Train Like An Olympian

Ruzanna Harutyunyan's picture
Train Like An Olympian

The 2008 Beijing Summer Olympics conjure up images of fantastically fit athletes from all over the world going for the gold. Although the United States is a sports-crazed nation, increasing obesity rates indicate that most Americans would rather be spectators than participants.

Colleen Greene, wellness coordinator with MFit, the University of Michigan Health System’s health promotion division, says there are many ways you can get off the couch and get moving without hurting yourself — even during commercial breaks. If the Olympic frenzy has inspired you to start a new fitness routine, Greene offers these tips:

Speak with a professional. By working with a personal trainer, you can learn the best ways to perform your workouts to prevent injury. A trainer can also perform a fitness assessment, which provides baseline data — such as cardiovascular capacity, percent body fat, flexibility and strength — that can help you set challenging, realistic fitness goals. Also be sure to speak with your doctor if you have any health issues; he or she can provide insight on what kind of activities may be best and what should be avoided.

Avoid overtraining. Running sprints and swimming a few laps in a pool may look easy on the television screen, but Greene says that it is best to take it slowly when starting a fitness regimen in order to prevent injury. Be sure to incorporate various activities into your routine instead of only one or two to avoid overtraining, which occurs when muscles are overworked through the repetition of the same activities.

“What you need to do is cross train,” explains Greene. “It is great if you like to run, but don’t run everyday. Try biking or swimming some days; do some different things. That way you are giving your muscles a rest and using them in different ways.”

Find ways to stay motivated. Getting people involved in your fitness regimen in order to help you stay motivated and on track.


“One of the things to do is get a workout buddy because if that person is there and waiting for you to exercise, you’re less likely to blow things off,” Greene suggests.

Adding variety into your regimen keeps your exercises fresh, which will make you more likely to stick with it. Try playing pick-up games of sports, such as volleyball or basketball, with a group of friends, family or coworkers. This not only gets you active, it also is a fun, different way to spend time with the people in your life.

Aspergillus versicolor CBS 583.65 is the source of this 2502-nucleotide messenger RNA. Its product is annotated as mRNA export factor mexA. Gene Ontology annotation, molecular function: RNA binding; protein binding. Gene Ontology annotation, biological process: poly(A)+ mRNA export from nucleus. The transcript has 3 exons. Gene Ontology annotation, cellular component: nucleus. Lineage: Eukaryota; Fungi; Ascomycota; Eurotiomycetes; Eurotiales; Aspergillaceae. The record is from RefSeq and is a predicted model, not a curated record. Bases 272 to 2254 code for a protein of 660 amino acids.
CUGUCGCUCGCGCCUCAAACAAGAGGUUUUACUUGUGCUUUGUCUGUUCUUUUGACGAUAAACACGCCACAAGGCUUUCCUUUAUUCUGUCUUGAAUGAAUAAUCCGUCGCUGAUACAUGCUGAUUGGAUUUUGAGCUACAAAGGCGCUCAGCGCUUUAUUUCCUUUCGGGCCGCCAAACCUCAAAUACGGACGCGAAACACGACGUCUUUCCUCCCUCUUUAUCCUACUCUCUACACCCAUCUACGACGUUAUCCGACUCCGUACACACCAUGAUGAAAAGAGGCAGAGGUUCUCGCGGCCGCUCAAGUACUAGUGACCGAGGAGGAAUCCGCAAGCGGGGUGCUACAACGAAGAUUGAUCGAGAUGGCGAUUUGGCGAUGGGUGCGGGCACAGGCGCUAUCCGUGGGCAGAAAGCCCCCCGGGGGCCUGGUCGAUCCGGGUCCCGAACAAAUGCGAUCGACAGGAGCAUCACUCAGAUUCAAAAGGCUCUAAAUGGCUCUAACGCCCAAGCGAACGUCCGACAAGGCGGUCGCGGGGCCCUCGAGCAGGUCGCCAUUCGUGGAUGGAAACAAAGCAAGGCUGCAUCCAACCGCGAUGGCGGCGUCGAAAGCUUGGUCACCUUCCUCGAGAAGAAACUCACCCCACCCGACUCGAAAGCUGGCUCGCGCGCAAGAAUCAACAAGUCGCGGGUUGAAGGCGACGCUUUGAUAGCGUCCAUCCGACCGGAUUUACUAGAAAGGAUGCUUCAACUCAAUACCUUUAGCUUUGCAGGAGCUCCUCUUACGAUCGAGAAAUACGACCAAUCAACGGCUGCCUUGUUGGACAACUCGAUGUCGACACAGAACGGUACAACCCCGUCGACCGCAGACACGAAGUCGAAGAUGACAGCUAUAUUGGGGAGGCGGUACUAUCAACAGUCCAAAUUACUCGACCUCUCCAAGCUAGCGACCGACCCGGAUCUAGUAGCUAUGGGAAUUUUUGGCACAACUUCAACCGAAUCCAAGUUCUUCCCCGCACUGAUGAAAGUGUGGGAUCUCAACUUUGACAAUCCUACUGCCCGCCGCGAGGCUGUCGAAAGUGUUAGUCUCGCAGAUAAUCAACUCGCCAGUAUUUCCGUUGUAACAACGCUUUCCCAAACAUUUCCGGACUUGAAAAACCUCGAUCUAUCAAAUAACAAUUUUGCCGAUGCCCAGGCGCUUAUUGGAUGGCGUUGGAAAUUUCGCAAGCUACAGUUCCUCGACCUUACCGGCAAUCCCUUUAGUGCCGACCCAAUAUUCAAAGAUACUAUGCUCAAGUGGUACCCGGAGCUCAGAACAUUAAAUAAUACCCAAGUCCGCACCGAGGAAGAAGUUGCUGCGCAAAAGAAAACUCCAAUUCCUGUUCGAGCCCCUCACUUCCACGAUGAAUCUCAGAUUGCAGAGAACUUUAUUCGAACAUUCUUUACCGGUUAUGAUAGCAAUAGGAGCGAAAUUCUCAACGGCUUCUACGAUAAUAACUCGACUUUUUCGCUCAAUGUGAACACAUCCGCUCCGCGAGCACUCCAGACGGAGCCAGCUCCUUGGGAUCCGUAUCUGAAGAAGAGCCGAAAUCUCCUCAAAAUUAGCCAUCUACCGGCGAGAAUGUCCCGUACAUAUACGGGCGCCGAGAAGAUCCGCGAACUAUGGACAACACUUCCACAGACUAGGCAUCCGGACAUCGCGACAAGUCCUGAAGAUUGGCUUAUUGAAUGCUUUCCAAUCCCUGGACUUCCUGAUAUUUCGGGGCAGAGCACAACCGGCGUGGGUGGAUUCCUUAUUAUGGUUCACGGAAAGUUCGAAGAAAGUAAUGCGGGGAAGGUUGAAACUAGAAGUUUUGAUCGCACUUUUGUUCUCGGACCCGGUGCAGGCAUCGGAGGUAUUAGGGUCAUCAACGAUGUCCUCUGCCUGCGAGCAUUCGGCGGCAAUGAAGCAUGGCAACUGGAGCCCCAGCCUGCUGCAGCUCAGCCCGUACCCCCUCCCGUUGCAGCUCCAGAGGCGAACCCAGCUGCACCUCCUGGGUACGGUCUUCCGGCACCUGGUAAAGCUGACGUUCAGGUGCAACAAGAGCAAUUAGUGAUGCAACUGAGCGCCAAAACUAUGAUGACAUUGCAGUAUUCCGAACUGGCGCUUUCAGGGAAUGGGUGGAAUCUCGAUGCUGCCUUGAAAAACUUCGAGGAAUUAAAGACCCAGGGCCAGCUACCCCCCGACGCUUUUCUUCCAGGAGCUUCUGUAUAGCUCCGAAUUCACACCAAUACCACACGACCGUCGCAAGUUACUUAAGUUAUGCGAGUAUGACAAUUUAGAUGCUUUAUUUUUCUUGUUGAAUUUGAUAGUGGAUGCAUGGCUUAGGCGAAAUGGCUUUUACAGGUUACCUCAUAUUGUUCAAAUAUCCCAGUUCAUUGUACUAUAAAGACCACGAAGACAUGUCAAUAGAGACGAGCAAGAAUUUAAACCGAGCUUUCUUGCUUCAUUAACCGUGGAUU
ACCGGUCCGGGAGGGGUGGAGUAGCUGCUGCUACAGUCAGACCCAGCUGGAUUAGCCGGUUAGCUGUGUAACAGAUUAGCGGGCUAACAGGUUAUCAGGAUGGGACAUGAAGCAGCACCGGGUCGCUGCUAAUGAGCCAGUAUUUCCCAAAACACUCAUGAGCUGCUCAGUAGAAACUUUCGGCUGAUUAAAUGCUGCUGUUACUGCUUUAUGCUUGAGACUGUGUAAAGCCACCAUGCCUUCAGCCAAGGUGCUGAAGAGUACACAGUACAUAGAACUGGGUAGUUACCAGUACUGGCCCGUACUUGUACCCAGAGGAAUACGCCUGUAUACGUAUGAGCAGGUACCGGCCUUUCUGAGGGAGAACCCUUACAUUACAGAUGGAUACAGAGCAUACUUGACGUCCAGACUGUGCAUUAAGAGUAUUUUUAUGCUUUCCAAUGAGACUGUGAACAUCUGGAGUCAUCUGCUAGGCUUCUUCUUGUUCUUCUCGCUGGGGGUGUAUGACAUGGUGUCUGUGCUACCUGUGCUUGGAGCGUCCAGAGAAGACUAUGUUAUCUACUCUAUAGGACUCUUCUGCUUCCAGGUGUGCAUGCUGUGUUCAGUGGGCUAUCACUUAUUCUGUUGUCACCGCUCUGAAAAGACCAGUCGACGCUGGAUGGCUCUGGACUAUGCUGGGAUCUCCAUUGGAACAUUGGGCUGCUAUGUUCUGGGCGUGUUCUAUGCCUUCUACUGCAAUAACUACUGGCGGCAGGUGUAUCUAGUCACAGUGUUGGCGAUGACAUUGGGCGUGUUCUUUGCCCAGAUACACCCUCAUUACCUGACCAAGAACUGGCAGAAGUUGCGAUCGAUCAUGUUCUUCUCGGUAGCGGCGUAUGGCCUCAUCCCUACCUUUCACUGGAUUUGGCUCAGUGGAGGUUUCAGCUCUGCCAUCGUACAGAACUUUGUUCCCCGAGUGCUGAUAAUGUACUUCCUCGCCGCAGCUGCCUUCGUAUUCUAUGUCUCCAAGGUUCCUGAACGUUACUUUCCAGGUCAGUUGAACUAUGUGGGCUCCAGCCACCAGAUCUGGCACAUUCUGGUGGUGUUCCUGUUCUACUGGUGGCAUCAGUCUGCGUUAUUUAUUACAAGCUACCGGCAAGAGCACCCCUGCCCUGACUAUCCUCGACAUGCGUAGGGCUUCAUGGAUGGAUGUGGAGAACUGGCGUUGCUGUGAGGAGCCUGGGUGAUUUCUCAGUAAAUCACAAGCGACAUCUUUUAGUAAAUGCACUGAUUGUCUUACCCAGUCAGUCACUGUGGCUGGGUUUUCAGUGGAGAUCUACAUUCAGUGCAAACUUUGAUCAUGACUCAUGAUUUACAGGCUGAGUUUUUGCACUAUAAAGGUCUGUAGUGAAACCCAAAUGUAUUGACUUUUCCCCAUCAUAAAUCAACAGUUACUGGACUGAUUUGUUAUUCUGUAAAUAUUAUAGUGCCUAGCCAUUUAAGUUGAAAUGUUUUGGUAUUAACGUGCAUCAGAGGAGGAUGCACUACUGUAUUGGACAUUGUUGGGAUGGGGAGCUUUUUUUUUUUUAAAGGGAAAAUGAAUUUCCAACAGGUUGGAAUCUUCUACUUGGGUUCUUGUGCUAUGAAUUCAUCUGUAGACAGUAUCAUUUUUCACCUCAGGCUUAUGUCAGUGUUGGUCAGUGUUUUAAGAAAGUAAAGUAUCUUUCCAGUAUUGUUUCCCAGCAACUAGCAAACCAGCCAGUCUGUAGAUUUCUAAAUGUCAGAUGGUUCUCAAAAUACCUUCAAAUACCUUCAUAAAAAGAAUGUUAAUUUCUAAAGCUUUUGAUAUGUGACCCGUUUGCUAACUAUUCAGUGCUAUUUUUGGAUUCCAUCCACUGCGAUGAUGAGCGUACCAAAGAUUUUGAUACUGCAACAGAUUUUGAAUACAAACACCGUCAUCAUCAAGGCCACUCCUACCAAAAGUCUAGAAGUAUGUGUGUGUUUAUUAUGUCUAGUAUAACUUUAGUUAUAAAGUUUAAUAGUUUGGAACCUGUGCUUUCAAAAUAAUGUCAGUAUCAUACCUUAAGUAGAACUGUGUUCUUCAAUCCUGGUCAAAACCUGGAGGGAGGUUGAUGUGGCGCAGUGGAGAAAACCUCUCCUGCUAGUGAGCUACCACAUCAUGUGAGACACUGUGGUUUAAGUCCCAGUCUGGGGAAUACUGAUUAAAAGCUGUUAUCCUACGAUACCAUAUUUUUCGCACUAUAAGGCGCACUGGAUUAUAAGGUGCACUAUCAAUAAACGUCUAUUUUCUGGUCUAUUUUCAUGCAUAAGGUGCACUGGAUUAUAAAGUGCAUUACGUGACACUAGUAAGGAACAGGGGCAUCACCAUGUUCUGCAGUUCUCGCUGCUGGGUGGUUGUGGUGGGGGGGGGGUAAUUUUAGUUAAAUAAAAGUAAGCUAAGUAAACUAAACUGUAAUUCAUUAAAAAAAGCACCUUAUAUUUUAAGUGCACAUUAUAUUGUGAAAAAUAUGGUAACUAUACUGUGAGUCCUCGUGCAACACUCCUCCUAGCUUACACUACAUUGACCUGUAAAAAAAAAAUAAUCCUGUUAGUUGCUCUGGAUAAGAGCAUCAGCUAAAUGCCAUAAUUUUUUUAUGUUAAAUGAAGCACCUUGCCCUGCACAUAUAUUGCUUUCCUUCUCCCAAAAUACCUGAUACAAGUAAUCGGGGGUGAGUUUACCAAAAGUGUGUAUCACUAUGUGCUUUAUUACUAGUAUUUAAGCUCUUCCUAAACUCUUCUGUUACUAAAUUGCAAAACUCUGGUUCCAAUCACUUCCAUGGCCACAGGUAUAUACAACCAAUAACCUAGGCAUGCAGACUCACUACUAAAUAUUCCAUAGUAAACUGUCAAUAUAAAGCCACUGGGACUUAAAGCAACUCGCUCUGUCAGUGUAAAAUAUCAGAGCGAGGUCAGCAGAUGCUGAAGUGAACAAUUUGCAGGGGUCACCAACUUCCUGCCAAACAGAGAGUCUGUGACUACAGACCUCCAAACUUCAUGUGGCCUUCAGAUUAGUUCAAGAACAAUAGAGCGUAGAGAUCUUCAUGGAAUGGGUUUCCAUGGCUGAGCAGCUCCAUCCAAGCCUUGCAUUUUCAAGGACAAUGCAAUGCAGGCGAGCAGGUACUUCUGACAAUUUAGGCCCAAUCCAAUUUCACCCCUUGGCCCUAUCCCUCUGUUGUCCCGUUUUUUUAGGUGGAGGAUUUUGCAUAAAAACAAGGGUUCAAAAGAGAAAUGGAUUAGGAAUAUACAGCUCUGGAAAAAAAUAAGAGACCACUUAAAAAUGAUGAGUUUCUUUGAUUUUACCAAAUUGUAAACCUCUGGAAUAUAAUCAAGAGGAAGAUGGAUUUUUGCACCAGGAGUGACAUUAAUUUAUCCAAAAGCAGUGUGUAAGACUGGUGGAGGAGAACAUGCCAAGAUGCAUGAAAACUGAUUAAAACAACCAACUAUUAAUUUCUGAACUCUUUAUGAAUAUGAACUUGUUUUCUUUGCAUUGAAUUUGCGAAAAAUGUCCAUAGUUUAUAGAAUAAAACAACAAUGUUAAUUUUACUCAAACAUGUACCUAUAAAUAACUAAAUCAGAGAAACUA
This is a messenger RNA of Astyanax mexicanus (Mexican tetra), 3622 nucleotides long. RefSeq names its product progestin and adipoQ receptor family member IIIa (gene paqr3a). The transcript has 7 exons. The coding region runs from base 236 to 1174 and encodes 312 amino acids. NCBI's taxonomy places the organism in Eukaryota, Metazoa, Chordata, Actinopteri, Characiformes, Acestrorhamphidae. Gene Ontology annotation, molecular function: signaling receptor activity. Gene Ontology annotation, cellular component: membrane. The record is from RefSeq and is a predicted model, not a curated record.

Make exercise part of your routine. There are easy ways to incorporate exercise into your daily tasks, Greene notes. “Incidental bouts of exercise” can be done by taking the stairs instead of the elevator or parking your car at the farthest parking spot instead of the closest. She points out that these small changes add up over time and keep you thinking about fitness on a daily basis. Even watching the Olympics does not have to be a sedentary activity.

“When you are watching the Olympics, there are commercials. Go outside, have a little bit of a walk, do a few crunches; keep moving as much as you can, because it all makes a difference,” says Greene.

Make fitness part of family time. You can use the Olympics as an opportunity to motivate your entire family to get fit.

“Parents need to get out there and have fun because the kids will see their parents doing it, and they’ll want to join in,” Greene explains. “Definitely set some family time aside each week so that you can go bike riding, play tennis or even go on a walk. As long as you’re doing it together, it’s not only family time, it’s fun.”

Overall Greene says the benefits of exercise on your health can be vast. Improved mood and mental acuity, an increase in flexibility and strength, improved blood pressure and decreased cholesterol are just a few results you may notice as you continue to workout.

“You don’t have to be an Olympic athlete to see the benefits of exercise,” she notes. “Three times of exercise a week to start and more as you progress will give you huge benefits.”